North Market Lunching: Kitchen Little

Today's cassoulet lunch

For some months now, a group of us have gotten in the habit of walking from downtown to the North Market for lunch.  We get some exercise and fresh air along the way, and once we reach the market we face a cornucopia of excellent lunch choices — and we are supporting local businesses, besides.  I’ve sampled the cuisine at many of the North Market establishments, and I think its time that other downtown Columbus workers give the place a shot.  So, I will be starting a periodic series on North Market lunch options in hopes of encouraging our handful of Columbus readers to wander down to the Market for their midday meals.

The order area at Kitchen Little

Today The Cave Dweller, the Conservative, and I visited the Market.  I felt like something hearty, and when I am in that mode I beat feet to Kitchen Little.  At Kitchen Little, they serve meat — and lots of it, too.  The food is all locally sourced, and it is fresh and flavorful.  Kitchen Little partners with certain local farms (they are helpfully listed on the blackboard above the ordering area) and the eatery and its partners always offer interesting, and often exotic, lunch options.  On any given day you might find something made with buffalo, or rabbit, as well as the Kitchen Little staples — or, as they call them, the “usual suspects.”

Ah, the “usual suspects”!  For my money, you can’t beat the cassoulet for quality, taste, and value.  The cassoulet meal comes with two sides, and they are pretty good, too.  Kitchen Little usually offers several vegetables, macaroni and cheese, beans, and several different potato options.  Today I got the cassoulet, mac and cheese, mashed potatoes, freshly baked bread with butter, and bottled water for $10.  The cassoulet was tremendous — loaded with sausage chunks, multiple tender cuts of meat, and beans, in a rich sauce.  The mac and cheese was well prepared, firm and not too cheesy, and the mashed spuds were well whipped with a delicate flavor.  Terrific value for $10.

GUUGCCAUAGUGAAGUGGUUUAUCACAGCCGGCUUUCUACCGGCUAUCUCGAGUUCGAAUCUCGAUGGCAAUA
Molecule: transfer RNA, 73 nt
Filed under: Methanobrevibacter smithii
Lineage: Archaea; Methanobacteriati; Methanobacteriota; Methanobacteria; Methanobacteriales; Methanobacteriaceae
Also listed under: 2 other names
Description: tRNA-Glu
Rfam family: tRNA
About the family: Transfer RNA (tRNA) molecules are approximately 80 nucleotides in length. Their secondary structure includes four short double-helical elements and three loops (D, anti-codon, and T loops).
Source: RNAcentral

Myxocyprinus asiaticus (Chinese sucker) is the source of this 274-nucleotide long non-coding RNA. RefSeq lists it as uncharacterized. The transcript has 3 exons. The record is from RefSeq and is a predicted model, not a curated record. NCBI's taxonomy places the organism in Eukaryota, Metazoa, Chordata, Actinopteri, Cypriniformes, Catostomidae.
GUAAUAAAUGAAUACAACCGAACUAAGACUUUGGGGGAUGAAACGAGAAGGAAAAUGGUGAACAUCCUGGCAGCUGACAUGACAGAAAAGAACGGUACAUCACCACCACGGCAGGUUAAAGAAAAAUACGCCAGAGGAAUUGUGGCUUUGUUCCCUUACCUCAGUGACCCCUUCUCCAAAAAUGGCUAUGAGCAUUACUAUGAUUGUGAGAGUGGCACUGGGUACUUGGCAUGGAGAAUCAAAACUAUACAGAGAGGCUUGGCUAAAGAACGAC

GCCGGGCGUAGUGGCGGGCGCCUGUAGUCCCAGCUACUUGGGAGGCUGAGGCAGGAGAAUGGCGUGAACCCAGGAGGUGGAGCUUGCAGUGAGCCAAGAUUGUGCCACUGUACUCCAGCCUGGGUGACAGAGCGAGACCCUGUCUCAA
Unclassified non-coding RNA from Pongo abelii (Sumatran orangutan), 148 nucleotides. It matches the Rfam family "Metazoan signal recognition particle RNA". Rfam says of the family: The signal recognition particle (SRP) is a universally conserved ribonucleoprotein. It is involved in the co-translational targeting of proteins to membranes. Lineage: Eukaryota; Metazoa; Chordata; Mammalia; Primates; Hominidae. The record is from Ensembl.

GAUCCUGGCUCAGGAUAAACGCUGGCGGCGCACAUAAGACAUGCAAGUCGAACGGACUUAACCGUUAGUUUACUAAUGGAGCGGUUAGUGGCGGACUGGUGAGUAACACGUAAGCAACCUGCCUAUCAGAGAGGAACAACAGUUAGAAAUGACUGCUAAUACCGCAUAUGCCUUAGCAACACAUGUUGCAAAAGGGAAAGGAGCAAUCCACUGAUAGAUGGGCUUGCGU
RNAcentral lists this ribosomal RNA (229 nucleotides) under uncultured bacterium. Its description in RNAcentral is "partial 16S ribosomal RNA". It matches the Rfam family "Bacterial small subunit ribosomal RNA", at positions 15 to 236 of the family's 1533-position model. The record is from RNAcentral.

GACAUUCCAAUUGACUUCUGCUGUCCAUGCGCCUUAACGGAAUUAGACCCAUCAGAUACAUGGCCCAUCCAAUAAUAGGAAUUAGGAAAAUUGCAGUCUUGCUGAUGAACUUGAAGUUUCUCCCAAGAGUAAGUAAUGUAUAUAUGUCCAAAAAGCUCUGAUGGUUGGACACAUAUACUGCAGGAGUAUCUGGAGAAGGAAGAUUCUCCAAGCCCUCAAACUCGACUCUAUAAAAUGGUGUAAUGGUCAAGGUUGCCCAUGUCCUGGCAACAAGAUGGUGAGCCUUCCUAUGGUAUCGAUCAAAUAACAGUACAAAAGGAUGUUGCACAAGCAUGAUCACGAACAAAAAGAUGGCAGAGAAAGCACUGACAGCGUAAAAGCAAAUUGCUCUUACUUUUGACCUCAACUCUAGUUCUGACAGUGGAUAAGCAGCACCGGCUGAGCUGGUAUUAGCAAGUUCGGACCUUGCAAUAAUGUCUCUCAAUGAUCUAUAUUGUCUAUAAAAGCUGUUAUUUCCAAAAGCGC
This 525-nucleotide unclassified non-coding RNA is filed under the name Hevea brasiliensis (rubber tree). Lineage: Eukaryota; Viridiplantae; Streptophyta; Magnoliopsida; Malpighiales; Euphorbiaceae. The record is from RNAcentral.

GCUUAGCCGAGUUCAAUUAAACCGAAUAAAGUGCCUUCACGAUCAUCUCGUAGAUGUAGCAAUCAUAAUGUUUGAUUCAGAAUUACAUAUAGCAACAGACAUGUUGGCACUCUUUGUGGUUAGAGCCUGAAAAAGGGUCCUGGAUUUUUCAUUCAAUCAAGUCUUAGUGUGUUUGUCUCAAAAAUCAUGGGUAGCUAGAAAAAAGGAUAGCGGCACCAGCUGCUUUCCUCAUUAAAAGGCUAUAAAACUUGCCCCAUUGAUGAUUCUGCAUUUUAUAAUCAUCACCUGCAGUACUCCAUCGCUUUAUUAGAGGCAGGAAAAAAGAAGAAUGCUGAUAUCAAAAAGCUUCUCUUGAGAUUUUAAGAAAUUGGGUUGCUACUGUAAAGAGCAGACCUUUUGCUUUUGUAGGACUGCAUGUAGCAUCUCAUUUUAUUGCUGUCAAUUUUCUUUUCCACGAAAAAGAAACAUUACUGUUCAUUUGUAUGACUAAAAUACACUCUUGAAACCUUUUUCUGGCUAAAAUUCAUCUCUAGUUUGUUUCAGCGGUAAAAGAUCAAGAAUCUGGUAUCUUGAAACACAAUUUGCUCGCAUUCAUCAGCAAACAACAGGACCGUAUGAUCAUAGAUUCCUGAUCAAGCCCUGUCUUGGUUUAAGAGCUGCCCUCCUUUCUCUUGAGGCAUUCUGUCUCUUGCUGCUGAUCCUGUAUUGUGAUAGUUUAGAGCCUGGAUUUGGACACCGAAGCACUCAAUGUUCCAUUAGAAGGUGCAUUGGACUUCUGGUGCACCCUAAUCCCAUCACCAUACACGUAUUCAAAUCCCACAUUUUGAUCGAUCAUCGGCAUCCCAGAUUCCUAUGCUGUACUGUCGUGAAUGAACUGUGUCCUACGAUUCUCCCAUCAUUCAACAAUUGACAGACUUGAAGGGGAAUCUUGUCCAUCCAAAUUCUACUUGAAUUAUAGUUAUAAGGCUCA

Kitchen Little is a bargain — a kind of hidden secret of fine food, locally raised and carefully prepared, tucked away in a corner of the North Market.  You really need to find it.

Senate Bill 5 Moves On

By a one-vote margin, the Ohio Senate today passed Senate Bill 5, the controversial legislation to modify the collective bargaining rights of public employees.  The vote came as pro-union demonstrators again flooded the Ohio Statehouse and its grounds to try to stir up opposition to the measure.  The union protesters manage to get six Republicans to break ranks with leadership and vote against the bill — but they needed seven defections to kill the bill.  The measure now moves to the Ohio House, where it is expected to pass.  Governor John Kasich supports the bill and would sign it if it makes it to his desk.

I respect the public employees who came to Columbus to exercise their free speech rights and oppose Senate Bill 5, but I believe it is a necessary measure.  Ohio is facing a huge budget deficit, and many Ohio municipalities also are facing budget shortfalls.  A significant part of the state and local governmental budgets are devoted to public employees compensation and benefits.  Senate Bill 5 seems like a reasonable step to deal with those costs.  Public employees could still bargain about wages, hours, and working conditions, but not health care, pension benefits, or sick time.  Public employees also would not be able to strike.  The move should allow Ohio state and local governmental entities to bring public employee health care and pension benefit contributions in line with the prevailing approaches in the private sector, and the savings produced as a result will help to make up the budget shortfalls.

We shouldn’t kid ourselves, however.  Senate Bill 5 is not going to fix Ohio’s budget gap by itself.  Our legislators need to roll up their sleeve and continue to look carefully, and skeptically, at state programs, state departments, and state agencies and decide whether they truly are needed, and if so at what funding level.  What services are critical, and which provide non-essential services that we simply cannot afford any longer?  Public employees in Ohio should not be the only group that bears the brunt of necessary budget cuts.